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Some college classes questioning evolution take hold
Pittsburgh Post Gazette ^ | 11/14/2005 | Daniel Golden

Posted on 10/19/2006 8:28:29 AM PDT by SirLinksalot

By Daniel Golden, The Wall Street Journal

AMES, Iowa -- With a magician's flourish, Thomas Ingebritsen pulled six mousetraps from a shopping bag and handed them out to students in his "God and Science" seminar. At his instruction, they removed one component -- either the spring, hammer or holding bar -- from each mousetrap. They then tested the traps, which all failed to snap.

"Is the mousetrap irreducibly complex?" the Iowa State University molecular biologist asked the class.

"Yes, definitely," said Jason Mueller, a junior biochemistry major wearing a cross around his neck.

That's the answer Mr. Ingebritsen was looking for. He was using the mousetrap to support the antievolution doctrine known as intelligent design. Like a mousetrap, the associate professor suggested, living cells are "irreducibly complex" -- they can't fulfill their functions without all of their parts. Hence, they could not have evolved bit by bit through natural selection but must have been devised by a creator.

"This is the closest to a science class on campus where anybody's going to talk about intelligent design," the fatherly looking associate professor told his class.

Overshadowed by attacks on evolution in high-school science curricula, intelligent design is gaining precarious and hotly contested foothold in American higher education. Intelligent-design courses have cropped up at the state universities of Minnesota, Georgia and New Mexico, as well as Iowa State, and at private institutions such as Wake Forest and Carnegie Mellon. Most of the courses, like Mr. Ingebritsen's, are small seminars that don't count for science credit. Many colleges have also hosted lectures by advocates of the doctrine.

The spread of these courses reflects the growing influence of evangelical Christianity in academia, as in other aspects of American culture. Last week, the Kansas state board of education adopted new science guidelines that question evolution.

(Excerpt) Read more at post-gazette.com ...


TOPICS: Culture/Society; Philosophy
KEYWORDS: christianmythology; college; evolution; mythology; questioning; superstition
This news is a year old, but still worth posting FYI.
1 posted on 10/19/2006 8:28:30 AM PDT by SirLinksalot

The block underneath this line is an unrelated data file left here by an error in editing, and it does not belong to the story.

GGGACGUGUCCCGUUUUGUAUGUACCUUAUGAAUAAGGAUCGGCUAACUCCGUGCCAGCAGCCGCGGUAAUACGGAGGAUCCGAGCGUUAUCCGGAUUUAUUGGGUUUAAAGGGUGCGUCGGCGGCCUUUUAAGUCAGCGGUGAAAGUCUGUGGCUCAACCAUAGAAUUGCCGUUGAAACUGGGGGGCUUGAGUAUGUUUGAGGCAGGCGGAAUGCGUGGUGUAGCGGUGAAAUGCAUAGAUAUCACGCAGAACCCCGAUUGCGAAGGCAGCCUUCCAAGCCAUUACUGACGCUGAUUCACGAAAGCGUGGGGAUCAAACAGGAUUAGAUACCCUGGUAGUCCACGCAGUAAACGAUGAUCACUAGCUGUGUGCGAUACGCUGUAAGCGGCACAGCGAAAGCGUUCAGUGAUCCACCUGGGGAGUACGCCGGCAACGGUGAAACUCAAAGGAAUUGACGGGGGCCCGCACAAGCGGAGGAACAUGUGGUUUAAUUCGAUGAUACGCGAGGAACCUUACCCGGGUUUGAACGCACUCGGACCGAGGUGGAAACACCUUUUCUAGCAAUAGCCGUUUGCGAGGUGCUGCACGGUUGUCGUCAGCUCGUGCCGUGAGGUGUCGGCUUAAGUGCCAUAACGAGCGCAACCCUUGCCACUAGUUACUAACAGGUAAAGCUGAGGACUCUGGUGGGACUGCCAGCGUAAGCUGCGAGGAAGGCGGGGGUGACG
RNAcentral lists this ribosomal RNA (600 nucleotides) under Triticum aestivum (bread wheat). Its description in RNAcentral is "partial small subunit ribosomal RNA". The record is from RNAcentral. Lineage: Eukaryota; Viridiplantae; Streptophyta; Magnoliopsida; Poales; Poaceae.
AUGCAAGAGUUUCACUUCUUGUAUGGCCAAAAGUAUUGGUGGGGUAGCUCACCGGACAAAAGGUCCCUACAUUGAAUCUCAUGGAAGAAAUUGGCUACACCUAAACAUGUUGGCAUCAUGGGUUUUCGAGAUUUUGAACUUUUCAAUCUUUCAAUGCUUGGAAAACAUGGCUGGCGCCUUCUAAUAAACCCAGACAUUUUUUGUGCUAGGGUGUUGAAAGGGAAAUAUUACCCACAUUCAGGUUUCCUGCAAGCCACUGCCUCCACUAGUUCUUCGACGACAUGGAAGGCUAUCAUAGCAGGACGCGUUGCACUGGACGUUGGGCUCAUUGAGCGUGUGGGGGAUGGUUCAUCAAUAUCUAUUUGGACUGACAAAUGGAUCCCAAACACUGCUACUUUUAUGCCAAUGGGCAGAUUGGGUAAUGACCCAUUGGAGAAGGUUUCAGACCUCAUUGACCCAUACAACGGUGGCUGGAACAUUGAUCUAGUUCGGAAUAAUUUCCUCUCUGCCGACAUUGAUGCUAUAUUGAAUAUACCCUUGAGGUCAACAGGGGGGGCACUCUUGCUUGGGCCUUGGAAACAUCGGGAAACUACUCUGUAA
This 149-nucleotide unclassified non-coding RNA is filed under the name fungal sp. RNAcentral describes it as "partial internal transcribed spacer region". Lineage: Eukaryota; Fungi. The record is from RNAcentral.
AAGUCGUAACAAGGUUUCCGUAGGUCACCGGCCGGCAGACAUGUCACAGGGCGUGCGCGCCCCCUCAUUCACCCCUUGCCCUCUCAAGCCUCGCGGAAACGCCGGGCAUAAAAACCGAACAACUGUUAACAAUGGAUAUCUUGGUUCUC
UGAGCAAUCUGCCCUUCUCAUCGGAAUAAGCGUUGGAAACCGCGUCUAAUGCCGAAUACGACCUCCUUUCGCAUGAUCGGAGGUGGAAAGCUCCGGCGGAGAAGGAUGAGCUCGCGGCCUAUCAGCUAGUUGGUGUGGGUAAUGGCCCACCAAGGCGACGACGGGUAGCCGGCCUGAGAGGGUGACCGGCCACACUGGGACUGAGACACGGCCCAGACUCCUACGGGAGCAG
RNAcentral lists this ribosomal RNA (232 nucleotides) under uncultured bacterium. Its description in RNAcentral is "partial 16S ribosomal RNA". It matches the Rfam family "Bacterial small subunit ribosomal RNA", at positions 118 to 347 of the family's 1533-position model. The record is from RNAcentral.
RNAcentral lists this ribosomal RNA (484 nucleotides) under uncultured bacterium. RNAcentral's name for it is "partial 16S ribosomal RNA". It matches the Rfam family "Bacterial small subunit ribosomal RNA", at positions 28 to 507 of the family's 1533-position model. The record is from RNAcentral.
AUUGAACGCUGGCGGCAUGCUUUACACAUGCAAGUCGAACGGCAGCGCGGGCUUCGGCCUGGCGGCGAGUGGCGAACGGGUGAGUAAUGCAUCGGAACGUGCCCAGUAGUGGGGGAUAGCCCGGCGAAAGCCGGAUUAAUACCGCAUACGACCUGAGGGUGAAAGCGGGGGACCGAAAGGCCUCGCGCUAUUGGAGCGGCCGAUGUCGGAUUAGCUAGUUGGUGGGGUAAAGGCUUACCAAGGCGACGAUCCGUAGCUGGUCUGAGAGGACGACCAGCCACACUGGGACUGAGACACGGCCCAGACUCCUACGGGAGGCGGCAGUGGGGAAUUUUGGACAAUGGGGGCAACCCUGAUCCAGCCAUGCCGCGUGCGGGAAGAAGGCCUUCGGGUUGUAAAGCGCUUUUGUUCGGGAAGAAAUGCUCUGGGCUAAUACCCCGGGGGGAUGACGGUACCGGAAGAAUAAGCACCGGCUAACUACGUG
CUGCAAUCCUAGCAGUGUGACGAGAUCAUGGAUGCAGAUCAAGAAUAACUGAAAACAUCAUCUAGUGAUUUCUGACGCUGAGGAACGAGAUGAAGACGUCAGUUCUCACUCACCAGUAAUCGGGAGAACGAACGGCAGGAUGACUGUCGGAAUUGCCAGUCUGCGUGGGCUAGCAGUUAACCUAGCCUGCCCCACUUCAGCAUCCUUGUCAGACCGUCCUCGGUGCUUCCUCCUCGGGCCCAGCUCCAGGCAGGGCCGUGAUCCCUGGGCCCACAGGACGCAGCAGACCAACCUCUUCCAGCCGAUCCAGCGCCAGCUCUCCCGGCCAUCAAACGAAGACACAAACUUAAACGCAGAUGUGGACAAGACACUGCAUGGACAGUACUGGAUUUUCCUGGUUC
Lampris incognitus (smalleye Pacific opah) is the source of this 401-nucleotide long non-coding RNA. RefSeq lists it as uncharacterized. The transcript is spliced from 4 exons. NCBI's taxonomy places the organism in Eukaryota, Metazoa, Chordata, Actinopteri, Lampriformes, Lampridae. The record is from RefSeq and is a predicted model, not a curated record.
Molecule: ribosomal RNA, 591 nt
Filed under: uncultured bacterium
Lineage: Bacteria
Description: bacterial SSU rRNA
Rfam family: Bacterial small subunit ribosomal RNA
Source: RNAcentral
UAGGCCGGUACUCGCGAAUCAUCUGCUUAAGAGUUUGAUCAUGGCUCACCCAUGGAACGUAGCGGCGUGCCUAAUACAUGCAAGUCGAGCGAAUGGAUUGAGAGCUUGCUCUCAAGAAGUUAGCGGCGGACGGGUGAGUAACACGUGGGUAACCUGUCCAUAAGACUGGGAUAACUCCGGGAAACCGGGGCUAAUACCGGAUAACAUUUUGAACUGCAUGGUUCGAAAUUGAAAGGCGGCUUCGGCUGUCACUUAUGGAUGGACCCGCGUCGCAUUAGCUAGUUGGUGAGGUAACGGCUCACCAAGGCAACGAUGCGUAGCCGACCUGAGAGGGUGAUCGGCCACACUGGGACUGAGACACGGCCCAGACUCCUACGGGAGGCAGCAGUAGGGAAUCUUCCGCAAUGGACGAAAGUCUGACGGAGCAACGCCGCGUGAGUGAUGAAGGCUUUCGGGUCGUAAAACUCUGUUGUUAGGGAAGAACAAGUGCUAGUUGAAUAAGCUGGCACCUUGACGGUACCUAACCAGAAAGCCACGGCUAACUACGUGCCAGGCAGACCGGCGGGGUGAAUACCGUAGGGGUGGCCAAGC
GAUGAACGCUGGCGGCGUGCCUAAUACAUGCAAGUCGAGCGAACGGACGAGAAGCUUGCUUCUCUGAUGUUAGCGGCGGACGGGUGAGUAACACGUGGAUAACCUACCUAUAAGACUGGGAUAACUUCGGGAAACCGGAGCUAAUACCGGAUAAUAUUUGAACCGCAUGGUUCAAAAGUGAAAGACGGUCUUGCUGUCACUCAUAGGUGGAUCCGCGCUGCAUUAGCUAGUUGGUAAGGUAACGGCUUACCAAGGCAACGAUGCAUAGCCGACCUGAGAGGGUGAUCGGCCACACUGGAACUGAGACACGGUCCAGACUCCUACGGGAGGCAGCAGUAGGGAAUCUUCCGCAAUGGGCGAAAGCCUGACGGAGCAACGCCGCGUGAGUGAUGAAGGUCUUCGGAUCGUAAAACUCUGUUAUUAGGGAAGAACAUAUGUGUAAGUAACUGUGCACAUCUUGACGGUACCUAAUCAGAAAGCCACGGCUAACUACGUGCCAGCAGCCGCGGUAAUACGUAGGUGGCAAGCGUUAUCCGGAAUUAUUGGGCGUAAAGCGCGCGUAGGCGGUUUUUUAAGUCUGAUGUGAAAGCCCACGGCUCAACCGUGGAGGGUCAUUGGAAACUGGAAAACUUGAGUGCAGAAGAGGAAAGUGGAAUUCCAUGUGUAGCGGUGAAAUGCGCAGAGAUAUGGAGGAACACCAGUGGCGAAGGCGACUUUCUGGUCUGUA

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To: SirLinksalot

Questions are good but shutting evolutionary theory out is bad.


2 posted on 10/19/2006 8:32:00 AM PDT by cripplecreek (If stupidity got us into this mess, then why can't it get us out?)
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To: SirLinksalot
Most of the courses, like Mr. Ingebritsen's, are small seminars that don't count for science credit.

I should hope not. There's no science there! ===> Placemarker <===

3 posted on 10/19/2006 8:37:11 AM PDT by Coyoteman (I love the sound of beta decay in the morning!)
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To: SirLinksalot

Now watch the EVO crowd go bonkers.


4 posted on 10/19/2006 8:38:24 AM PDT by Mrs.Z (Mrs.Z)
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To: Mrs.Z

I guess I would consider myself part of the evo crowd, and I'll not go bonkers, and I'd wager most others won't either, for one very specific reason.

This is not being taught in a science class, it is an honors seminar. Nearly every evo thread discussing ID has numerous posts indicating that there is no interest in cutting off the discussion, just vehemently opposed to teaching ID in science class.


5 posted on 10/19/2006 8:46:40 AM PDT by dmz
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To: SirLinksalot
one-third of ISU freshmen planning to major in biology agree with the statement that "God created human beings pretty much in their present form at one time within the last 10,000 years."

Pretty much, at one time? Huh, kind of vague, sounds like this guy doesn't have the imagination to fill in the blanks.

6 posted on 10/19/2006 8:49:32 AM PDT by Realism (Some believe that the facts-of-life are open to debate.....)
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To: Mrs.Z

Well, the guy did prove that mousetraps didn't evolve.


7 posted on 10/19/2006 12:42:23 PM PDT by stands2reason (The map is not the territory - A. Korzybski)
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